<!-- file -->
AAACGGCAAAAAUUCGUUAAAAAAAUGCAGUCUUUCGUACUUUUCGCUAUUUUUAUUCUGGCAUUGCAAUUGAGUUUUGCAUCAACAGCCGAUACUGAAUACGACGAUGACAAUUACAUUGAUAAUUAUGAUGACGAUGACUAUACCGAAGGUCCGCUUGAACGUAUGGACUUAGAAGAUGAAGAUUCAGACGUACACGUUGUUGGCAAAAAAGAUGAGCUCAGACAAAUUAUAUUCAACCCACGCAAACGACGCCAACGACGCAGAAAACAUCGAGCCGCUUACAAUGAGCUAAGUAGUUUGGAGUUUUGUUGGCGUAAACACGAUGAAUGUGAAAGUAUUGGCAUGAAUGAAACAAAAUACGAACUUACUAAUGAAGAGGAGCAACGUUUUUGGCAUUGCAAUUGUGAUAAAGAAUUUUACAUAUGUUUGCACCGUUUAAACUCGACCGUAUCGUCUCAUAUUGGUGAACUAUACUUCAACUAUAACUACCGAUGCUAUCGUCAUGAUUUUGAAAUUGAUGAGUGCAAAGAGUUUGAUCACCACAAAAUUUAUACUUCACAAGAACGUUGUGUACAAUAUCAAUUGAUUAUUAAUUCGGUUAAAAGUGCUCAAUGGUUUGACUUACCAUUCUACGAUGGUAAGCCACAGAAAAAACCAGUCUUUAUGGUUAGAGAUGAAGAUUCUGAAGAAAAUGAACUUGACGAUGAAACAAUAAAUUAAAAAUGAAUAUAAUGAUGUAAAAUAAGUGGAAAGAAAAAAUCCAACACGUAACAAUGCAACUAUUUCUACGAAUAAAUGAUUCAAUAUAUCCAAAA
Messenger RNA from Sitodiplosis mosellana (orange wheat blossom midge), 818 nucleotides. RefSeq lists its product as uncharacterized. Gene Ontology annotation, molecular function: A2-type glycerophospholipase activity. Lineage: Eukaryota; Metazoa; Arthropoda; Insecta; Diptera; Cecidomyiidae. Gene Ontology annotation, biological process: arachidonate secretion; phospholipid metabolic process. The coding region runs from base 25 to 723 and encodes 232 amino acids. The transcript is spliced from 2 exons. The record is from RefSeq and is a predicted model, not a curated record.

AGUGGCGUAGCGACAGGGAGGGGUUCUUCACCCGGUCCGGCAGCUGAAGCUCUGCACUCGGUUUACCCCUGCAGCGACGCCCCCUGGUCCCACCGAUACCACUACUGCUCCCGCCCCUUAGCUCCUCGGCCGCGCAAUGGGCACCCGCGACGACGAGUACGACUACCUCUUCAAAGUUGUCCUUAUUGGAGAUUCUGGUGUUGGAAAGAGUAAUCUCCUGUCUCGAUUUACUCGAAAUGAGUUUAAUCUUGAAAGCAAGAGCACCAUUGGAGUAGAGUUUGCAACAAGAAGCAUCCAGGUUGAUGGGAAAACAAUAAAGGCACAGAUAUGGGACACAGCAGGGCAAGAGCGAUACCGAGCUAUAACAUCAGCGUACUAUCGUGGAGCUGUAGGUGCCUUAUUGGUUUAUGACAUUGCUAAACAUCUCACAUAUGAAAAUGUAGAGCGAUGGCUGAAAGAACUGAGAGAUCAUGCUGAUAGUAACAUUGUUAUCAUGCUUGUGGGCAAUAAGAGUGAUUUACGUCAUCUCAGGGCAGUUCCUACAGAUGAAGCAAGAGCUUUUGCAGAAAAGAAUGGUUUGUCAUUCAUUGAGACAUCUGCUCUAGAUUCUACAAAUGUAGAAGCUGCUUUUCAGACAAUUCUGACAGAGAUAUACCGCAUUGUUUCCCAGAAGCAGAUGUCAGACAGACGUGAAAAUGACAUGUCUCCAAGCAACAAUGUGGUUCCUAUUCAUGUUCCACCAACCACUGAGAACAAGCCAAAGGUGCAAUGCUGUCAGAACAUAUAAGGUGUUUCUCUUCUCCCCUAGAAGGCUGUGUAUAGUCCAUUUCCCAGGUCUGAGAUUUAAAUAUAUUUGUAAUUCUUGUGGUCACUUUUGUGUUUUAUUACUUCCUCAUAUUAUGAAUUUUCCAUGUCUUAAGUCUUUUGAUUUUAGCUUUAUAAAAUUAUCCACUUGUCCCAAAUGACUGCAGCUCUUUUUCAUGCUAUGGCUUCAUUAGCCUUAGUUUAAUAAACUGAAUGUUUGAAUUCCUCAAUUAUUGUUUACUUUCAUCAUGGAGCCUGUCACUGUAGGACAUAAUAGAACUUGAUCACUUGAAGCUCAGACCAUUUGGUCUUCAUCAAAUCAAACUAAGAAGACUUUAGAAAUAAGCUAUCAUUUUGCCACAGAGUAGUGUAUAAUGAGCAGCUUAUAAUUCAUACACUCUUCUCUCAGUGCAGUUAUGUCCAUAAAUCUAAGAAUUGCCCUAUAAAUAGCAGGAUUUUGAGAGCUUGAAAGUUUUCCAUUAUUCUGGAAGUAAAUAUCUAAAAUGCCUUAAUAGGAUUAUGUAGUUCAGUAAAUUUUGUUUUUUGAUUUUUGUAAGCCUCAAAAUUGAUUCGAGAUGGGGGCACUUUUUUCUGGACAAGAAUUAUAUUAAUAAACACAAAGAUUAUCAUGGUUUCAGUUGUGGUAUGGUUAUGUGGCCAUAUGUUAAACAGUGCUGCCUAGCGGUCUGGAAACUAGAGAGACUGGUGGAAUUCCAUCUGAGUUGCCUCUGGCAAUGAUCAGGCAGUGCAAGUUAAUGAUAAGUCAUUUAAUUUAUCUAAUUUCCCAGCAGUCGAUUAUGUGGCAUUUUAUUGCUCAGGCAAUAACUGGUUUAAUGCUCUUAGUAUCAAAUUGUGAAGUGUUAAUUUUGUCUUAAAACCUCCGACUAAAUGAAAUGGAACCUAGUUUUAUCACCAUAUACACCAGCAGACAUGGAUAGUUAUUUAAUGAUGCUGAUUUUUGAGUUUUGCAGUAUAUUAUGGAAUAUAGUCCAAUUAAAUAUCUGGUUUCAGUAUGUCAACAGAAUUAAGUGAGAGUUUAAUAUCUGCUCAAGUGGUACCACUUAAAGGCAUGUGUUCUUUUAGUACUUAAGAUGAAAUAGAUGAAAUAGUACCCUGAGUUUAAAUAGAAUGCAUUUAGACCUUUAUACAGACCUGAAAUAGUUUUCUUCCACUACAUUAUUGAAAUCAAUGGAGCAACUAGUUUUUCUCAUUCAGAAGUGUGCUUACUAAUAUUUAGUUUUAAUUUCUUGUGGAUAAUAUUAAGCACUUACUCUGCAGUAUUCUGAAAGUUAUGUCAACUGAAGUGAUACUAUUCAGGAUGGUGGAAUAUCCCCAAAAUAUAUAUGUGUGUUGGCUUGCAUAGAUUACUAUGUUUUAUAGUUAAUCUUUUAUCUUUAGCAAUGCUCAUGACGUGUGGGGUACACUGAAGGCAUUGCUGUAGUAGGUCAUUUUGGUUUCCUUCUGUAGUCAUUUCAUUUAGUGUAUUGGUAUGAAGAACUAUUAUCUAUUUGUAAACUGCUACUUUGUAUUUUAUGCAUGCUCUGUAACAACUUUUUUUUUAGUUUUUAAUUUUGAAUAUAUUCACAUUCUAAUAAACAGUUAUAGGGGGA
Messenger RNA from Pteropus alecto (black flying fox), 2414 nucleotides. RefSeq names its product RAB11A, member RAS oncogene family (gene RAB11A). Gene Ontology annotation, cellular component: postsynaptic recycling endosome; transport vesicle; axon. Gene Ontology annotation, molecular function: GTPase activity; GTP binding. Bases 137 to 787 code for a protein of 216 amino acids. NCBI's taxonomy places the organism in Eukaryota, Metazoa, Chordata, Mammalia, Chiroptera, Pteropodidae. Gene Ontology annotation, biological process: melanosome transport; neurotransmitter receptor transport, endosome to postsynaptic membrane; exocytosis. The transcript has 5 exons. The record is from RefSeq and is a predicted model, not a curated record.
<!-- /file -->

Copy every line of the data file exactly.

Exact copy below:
AAACGGCAAAAAUUCGUUAAAAAAAUGCAGUCUUUCGUACUUUUCGCUAUUUUUAUUCUGGCAUUGCAAUUGAGUUUUGCAUCAACAGCCGAUACUGAAUACGACGAUGACAAUUACAUUGAUAAUUAUGAUGACGAUGACUAUACCGAAGGUCCGCUUGAACGUAUGGACUUAGAAGAUGAAGAUUCAGACGUACACGUUGUUGGCAAAAAAGAUGAGCUCAGACAAAUUAUAUUCAACCCACGCAAACGACGCCAACGACGCAGAAAACAUCGAGCCGCUUACAAUGAGCUAAGUAGUUUGGAGUUUUGUUGGCGUAAACACGAUGAAUGUGAAAGUAUUGGCAUGAAUGAAACAAAAUACGAACUUACUAAUGAAGAGGAGCAACGUUUUUGGCAUUGCAAUUGUGAUAAAGAAUUUUACAUAUGUUUGCACCGUUUAAACUCGACCGUAUCGUCUCAUAUUGGUGAACUAUACUUCAACUAUAACUACCGAUGCUAUCGUCAUGAUUUUGAAAUUGAUGAGUGCAAAGAGUUUGAUCACCACAAAAUUUAUACUUCACAAGAACGUUGUGUACAAUAUCAAUUGAUUAUUAAUUCGGUUAAAAGUGCUCAAUGGUUUGACUUACCAUUCUACGAUGGUAAGCCACAGAAAAAACCAGUCUUUAUGGUUAGAGAUGAAGAUUCUGAAGAAAAUGAACUUGACGAUGAAACAAUAAAUUAAAAAUGAAUAUAAUGAUGUAAAAUAAGUGGAAAGAAAAAAUCCAACACGUAACAAUGCAACUAUUUCUACGAAUAAAUGAUUCAAUAUAUCCAAAA
Messenger RNA from Sitodiplosis mosellana (orange wheat blossom midge), 818 nucleotides. RefSeq lists its product as uncharacterized. Gene Ontology annotation, molecular function: A2-type glycerophospholipase activity. Lineage: Eukaryota; Metazoa; Arthropoda; Insecta; Diptera; Cecidomyiidae. Gene Ontology annotation, biological process: arachidonate secretion; phospholipid metabolic process. The coding region runs from base 25 to 723 and encodes 232 amino acids. The transcript is spliced from 2 exons. The record is from RefSeq and is a predicted model, not a curated record.

AGUGGCGUAGCGACAGGGAGGGGUUCUUCACCCGGUCCGGCAGCUGAAGCUCUGCACUCGGUUUACCCCUGCAGCGACGCCCCCUGGUCCCACCGAUACCACUACUGCUCCCGCCCCUUAGCUCCUCGGCCGCGCAAUGGGCACCCGCGACGACGAGUACGACUACCUCUUCAAAGUUGUCCUUAUUGGAGAUUCUGGUGUUGGAAAGAGUAAUCUCCUGUCUCGAUUUACUCGAAAUGAGUUUAAUCUUGAAAGCAAGAGCACCAUUGGAGUAGAGUUUGCAACAAGAAGCAUCCAGGUUGAUGGGAAAACAAUAAAGGCACAGAUAUGGGACACAGCAGGGCAAGAGCGAUACCGAGCUAUAACAUCAGCGUACUAUCGUGGAGCUGUAGGUGCCUUAUUGGUUUAUGACAUUGCUAAACAUCUCACAUAUGAAAAUGUAGAGCGAUGGCUGAAAGAACUGAGAGAUCAUGCUGAUAGUAACAUUGUUAUCAUGCUUGUGGGCAAUAAGAGUGAUUUACGUCAUCUCAGGGCAGUUCCUACAGAUGAAGCAAGAGCUUUUGCAGAAAAGAAUGGUUUGUCAUUCAUUGAGACAUCUGCUCUAGAUUCUACAAAUGUAGAAGCUGCUUUUCAGACAAUUCUGACAGAGAUAUACCGCAUUGUUUCCCAGAAGCAGAUGUCAGACAGACGUGAAAAUGACAUGUCUCCAAGCAACAAUGUGGUUCCUAUUCAUGUUCCACCAACCACUGAGAACAAGCCAAAGGUGCAAUGCUGUCAGAACAUAUAAGGUGUUUCUCUUCUCCCCUAGAAGGCUGUGUAUAGUCCAUUUCCCAGGUCUGAGAUUUAAAUAUAUUUGUAAUUCUUGUGGUCACUUUUGUGUUUUAUUACUUCCUCAUAUUAUGAAUUUUCCAUGUCUUAAGUCUUUUGAUUUUAGCUUUAUAAAAUUAUCCACUUGUCCCAAAUGACUGCAGCUCUUUUUCAUGCUAUGGCUUCAUUAGCCUUAGUUUAAUAAACUGAAUGUUUGAAUUCCUCAAUUAUUGUUUACUUUCAUCAUGGAGCCUGUCACUGUAGGACAUAAUAGAACUUGAUCACUUGAAGCUCAGACCAUUUGGUCUUCAUCAAAUCAAACUAAGAAGACUUUAGAAAUAAGCUAUCAUUUUGCCACAGAGUAGUGUAUAAUGAGCAGCUUAUAAUUCAUACACUCUUCUCUCAGUGCAGUUAUGUCCAUAAAUCUAAGAAUUGCCCUAUAAAUAGCAGGAUUUUGAGAGCUUGAAAGUUUUCCAUUAUUCUGGAAGUAAAUAUCUAAAAUGCCUUAAUAGGAUUAUGUAGUUCAGUAAAUUUUGUUUUUUGAUUUUUGUAAGCCUCAAAAUUGAUUCGAGAUGGGGGCACUUUUUUCUGGACAAGAAUUAUAUUAAUAAACACAAAGAUUAUCAUGGUUUCAGUUGUGGUAUGGUUAUGUGGCCAUAUGUUAAACAGUGCUGCCUAGCGGUCUGGAAACUAGAGAGACUGGUGGAAUUCCAUCUGAGUUGCCUCUGGCAAUGAUCAGGCAGUGCAAGUUAAUGAUAAGUCAUUUAAUUUAUCUAAUUUCCCAGCAGUCGAUUAUGUGGCAUUUUAUUGCUCAGGCAAUAACUGGUUUAAUGCUCUUAGUAUCAAAUUGUGAAGUGUUAAUUUUGUCUUAAAACCUCCGACUAAAUGAAAUGGAACCUAGUUUUAUCACCAUAUACACCAGCAGACAUGGAUAGUUAUUUAAUGAUGCUGAUUUUUGAGUUUUGCAGUAUAUUAUGGAAUAUAGUCCAAUUAAAUAUCUGGUUUCAGUAUGUCAACAGAAUUAAGUGAGAGUUUAAUAUCUGCUCAAGUGGUACCACUUAAAGGCAUGUGUUCUUUUAGUACUUAAGAUGAAAUAGAUGAAAUAGUACCCUGAGUUUAAAUAGAAUGCAUUUAGACCUUUAUACAGACCUGAAAUAGUUUUCUUCCACUACAUUAUUGAAAUCAAUGGAGCAACUAGUUUUUCUCAUUCAGAAGUGUGCUUACUAAUAUUUAGUUUUAAUUUCUUGUGGAUAAUAUUAAGCACUUACUCUGCAGUAUUCUGAAAGUUAUGUCAACUGAAGUGAUACUAUUCAGGAUGGUGGAAUAUCCCCAAAAUAUAUAUGUGUGUUGGCUUGCAUAGAUUACUAUGUUUUAUAGUUAAUCUUUUAUCUUUAGCAAUGCUCAUGACGUGUGGGGUACACUGAAGGCAUUGCUGUAGUAGGUCAUUUUGGUUUCCUUCUGUAGUCAUUUCAUUUAGUGUAUUGGUAUGAAGAACUAUUAUCUAUUUGUAAACUGCUACUUUGUAUUUUAUGCAUGCUCUGUAACAACUUUUUUUUUAGUUUUUAAUUUUGAAUAUAUUCACAUUCUAAUAAACAGUUAUAGGGGGA
Messenger RNA from Pteropus alecto (black flying fox), 2414 nucleotides. RefSeq names its product RAB11A, member RAS oncogene family (gene RAB11A). Gene Ontology annotation, cellular component: postsynaptic recycling endosome; transport vesicle; axon. Gene Ontology annotation, molecular function: GTPase activity; GTP binding. Bases 137 to 787 code for a protein of 216 amino acids. NCBI's taxonomy places the organism in Eukaryota, Metazoa, Chordata, Mammalia, Chiroptera, Pteropodidae. Gene Ontology annotation, biological process: melanosome transport; neurotransmitter receptor transport, endosome to postsynaptic membrane; exocytosis. The transcript has 5 exons. The record is from RefSeq and is a predicted model, not a curated record.